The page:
and where i'm at today is i'm a fifth-generation educator. my dad wa math teacher, and my grandmother was a teacher also. even my great-great-grandfather, moty tiger was his name, as helso a teacher. so, education, i guess, has always been in my blood. the me sage was that education thes and to better yourself. but in the instance of my grandmother, her family also happened to have good luck. they were able to at least maintain some land in indian territory.
they weren't forced off of that land like a lot of native americans were. and then their land happened to have oil on it, ofd that financed a lot heir education. so they weren't forced to live in poverty like a lot of native americans were. what i'm doing now is kind of like paying it forward. what does it mean whenever you hear the word "american"? just the word "american." what do you think that means? well, i think it means freedom. ok. whee does it mean to be i think freedom means they cannot boss you around. they can't boss you around. ok.
deidre: when i look at my childhood, i was very, very fortunate. and a lot of my kids, their families have to rely on welfare. a lot of my kids, one or both parents are incarcerated. i've got a lot of kids in foster care. but we want to encourage our students and let them know that they can go on, they can do whatever they want. teacher: what does it mean to you, nadir, whenever you hear the word "american"? nadir: um, that you're free too decide who you want tcome. teacher: you are free to decide who you want to become. you're absolutely right. as long as you're willing to put in the work, you can be it. ok? happy. ht br deidre: we have some students now that have been to a different elementary school
every two months. ex...spens... their families go wherever the jobs are, or they go where rent is the cheapest. a lot of times, when the kids come in, they're not at the reading level they should be. it's our job to get them there. buusthat takes more thant a 9-month period. we just play it like they're gonna be here for the long haul and some of the kids we see come back, and some we ner see again. have a good one, too. i still love you. but i refuse to believe w that these ki't be better off in their future for wh we're doing now. um, i...i don't want to think that...that they can't be. [school bell rings]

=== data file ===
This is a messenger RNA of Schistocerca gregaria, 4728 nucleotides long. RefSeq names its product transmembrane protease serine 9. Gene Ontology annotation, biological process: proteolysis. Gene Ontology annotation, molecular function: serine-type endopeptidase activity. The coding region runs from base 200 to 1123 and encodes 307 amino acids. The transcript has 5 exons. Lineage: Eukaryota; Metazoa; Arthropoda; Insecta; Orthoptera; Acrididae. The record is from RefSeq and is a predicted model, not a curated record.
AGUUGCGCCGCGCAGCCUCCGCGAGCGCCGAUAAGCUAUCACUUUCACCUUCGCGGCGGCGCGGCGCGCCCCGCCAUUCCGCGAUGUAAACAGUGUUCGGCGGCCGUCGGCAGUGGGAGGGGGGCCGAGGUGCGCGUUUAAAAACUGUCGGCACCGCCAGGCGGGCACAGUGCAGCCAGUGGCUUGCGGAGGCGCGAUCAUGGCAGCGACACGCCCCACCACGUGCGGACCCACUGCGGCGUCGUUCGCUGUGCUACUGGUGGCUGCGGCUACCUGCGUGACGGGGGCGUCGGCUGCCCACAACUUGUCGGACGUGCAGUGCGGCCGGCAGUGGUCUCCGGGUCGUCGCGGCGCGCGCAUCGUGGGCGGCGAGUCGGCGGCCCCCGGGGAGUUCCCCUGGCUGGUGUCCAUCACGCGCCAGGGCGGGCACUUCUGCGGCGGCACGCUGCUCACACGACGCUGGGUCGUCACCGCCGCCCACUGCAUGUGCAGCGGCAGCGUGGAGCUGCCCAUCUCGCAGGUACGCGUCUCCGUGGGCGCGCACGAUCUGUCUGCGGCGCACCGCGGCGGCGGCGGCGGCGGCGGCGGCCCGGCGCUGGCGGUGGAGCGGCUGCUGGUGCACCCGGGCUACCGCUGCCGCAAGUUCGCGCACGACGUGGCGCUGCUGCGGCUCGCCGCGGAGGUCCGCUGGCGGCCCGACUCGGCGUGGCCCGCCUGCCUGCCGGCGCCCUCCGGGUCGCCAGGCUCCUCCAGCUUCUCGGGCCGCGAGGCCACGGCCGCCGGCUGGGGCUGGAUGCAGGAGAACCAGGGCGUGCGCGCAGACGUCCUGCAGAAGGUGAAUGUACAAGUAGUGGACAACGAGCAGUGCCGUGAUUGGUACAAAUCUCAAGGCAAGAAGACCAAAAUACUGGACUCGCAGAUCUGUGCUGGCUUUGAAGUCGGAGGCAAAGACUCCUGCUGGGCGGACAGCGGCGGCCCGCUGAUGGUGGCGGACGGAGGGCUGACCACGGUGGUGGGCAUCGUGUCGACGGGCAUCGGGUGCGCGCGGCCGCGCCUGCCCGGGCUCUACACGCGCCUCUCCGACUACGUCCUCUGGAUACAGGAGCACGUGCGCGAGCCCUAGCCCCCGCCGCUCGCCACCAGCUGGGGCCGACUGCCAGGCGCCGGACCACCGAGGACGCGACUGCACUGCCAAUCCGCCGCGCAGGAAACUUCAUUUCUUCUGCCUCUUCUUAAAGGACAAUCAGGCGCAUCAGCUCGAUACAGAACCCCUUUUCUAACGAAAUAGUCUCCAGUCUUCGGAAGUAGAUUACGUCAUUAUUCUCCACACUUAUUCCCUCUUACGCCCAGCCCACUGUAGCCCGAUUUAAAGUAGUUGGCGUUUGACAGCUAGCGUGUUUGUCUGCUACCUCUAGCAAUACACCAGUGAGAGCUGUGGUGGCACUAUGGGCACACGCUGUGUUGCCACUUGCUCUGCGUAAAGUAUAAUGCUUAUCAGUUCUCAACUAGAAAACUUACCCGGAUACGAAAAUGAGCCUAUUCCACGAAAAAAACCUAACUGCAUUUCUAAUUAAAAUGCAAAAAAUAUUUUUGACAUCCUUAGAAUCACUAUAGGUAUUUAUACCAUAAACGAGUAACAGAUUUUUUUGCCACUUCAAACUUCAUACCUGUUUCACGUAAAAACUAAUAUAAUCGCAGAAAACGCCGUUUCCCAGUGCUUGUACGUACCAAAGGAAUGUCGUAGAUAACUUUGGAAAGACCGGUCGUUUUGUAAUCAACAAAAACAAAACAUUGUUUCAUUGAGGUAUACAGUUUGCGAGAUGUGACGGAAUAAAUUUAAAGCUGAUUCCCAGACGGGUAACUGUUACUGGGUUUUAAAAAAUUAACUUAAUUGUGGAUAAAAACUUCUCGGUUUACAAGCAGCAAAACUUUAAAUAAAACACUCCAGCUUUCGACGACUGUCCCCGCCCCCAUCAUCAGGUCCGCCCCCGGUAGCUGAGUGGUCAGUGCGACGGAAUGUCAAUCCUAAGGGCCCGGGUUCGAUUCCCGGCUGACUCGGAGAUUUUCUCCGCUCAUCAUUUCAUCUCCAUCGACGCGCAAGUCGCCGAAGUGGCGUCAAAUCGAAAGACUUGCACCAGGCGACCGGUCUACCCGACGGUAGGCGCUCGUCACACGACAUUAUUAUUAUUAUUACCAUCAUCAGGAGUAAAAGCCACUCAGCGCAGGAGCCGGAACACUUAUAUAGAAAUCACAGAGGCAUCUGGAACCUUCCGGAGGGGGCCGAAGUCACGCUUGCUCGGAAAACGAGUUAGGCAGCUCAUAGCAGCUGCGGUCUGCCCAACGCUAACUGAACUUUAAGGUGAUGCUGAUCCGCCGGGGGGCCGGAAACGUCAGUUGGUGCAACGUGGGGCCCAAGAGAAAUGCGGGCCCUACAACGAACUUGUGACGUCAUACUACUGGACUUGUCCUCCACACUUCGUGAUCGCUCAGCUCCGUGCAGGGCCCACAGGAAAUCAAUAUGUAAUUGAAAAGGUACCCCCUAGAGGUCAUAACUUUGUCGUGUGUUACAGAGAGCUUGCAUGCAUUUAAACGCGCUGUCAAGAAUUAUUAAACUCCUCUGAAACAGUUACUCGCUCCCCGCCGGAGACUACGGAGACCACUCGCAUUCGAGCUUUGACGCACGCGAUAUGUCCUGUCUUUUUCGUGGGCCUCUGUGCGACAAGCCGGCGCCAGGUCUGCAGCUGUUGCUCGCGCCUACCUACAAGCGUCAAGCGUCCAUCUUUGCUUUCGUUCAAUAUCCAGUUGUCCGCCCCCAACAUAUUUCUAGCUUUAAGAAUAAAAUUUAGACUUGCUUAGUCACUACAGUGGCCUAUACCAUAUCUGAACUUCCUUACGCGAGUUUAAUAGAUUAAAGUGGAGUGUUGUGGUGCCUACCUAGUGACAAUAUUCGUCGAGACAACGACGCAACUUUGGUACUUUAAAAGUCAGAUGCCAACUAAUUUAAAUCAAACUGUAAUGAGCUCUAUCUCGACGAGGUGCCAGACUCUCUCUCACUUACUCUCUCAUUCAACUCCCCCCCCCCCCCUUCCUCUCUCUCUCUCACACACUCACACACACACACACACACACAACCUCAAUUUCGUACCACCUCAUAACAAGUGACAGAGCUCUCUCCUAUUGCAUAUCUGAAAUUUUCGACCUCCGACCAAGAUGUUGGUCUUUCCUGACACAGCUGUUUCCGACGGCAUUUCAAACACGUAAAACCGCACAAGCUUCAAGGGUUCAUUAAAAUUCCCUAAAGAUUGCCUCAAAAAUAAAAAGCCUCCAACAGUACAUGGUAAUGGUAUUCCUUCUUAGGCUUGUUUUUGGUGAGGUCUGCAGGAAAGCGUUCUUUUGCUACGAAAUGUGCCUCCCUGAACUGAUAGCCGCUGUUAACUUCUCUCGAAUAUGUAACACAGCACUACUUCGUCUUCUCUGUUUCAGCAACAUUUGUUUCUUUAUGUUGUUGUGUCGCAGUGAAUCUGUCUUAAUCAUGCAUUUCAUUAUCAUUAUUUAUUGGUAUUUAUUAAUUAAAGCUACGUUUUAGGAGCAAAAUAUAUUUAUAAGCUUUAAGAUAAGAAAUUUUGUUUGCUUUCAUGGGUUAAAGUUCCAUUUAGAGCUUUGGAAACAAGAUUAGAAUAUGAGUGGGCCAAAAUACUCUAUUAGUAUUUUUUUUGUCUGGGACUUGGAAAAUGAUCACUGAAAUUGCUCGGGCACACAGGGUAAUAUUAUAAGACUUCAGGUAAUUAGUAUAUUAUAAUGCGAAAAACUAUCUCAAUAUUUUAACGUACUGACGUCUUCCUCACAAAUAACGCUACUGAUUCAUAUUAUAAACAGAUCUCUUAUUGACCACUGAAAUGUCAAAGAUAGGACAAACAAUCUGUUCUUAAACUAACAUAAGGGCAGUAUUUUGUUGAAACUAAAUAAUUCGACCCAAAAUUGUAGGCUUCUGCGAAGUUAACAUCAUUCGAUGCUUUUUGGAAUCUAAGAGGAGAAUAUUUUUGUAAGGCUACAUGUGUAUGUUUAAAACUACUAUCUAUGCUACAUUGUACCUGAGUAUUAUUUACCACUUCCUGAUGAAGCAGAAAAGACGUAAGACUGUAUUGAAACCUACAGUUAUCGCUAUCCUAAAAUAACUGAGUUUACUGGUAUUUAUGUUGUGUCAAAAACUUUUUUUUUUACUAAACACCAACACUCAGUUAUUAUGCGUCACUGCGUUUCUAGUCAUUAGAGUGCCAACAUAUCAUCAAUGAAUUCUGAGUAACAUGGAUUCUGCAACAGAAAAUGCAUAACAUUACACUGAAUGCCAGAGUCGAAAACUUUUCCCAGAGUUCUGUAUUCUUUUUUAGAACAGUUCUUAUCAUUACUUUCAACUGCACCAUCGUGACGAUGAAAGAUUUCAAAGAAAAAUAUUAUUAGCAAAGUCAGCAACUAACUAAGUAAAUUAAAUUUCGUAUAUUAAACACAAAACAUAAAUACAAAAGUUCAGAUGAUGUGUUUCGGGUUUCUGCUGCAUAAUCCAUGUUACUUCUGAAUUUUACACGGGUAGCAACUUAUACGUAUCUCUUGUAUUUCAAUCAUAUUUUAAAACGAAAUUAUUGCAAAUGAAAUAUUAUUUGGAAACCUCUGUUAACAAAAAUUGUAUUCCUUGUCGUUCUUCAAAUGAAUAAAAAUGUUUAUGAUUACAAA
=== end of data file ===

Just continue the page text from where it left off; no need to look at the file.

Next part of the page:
rice: i can't deny that the data show that the united states is becoming less mobile. increasingly, if you're in that housing project, you're not gonna get out of that housing projec and that's a tremenus danger to who we are, who we profess to be, b and who we want to because when you are a country that's based on an aspirational notion-- it doesn't matter where you came from, it matters where you're going-- it had better be true, because it's the only thing that's holding you together. [singing and clapping] woman: ♪ o i see freedom in the air ♪ choir: ♪ see freedom in the air ♪ ♪ up over my head ♪ up over my head
♪ i see freedom in the air ♪ rice: there are always going to be gaps between a country' 's aspiration and tlity. and so we're always fighting to overcome that gap. we're always trying to get closer to what the ideal is. woman: ♪ up over my head choir: ♪ up over my head ♪ o i see justice in the air ♪ ♪ i see justice in the air ♪ man: while teaching children abou world religion, a teacher asked her students to bring a symbol of their faith to class. they did that. the first child said, "i'm muslim, and this is my prayer rug." the second child said, "i'm jewish, and this is my family menorah." the third child said, "i'm a member of the black church, s "and ts a copy of my family's gospel songbook,
and i also brought a copy of the civil rights act of 1964." and so it goes in america. rice: i think evers ne has to come to te some point with your home and how it's shaped you. congregation: thanks be to god. growing up as a little girl in segregated birmingham, alabama, where you couldn't even go to a restaurant, couldn't go to a movie theater. in that birmingham, alabama, we were still being told, "america is yours, and you can succeed here."
i and hink back, under the pressures of jim crow segregation, with all of these negative signals around their kids about how america did not accept them, that's quite a trick that tho parents pulled off. and it almost always came down to if you could be educated, then you had a kind of armor against prejudice, you had a kind of armor against barriers to opportunity. and so, for black american families, education became the holy grail. [rooster crows] john wesley rice senior, my grandfather, was a sharecropper's son in greene county, alabama. hiemother was a freed slav who had taught him how to read, and he decides llhe's gonna go to coe. so he saved up his cotton,
and ent off to stillman in tuscaloosa, paid for his first year of college, got through it, and then they said, "so, how are you gonna pay for your second year?" he said, "well, i'm out of cton." and they said, "well, you're out of luck." he says to te m, "so, how are thosboys going to college?" w they said, "welt you have to understand is, "they have what's called a scholarship, "and if you wanted to bepre, then you could have a scholarship, too." and my grandfather says, "you know, that is exactly what i had in mind." and my family has been presbyterian-- and by the way, college-educated--ever since. that access to education was gonna change everything, and not just for him, but for generations to come. granddaddy rice founded churches in mississippi and louisiana and alama, and then it was his pattern to found n just a church, but a school.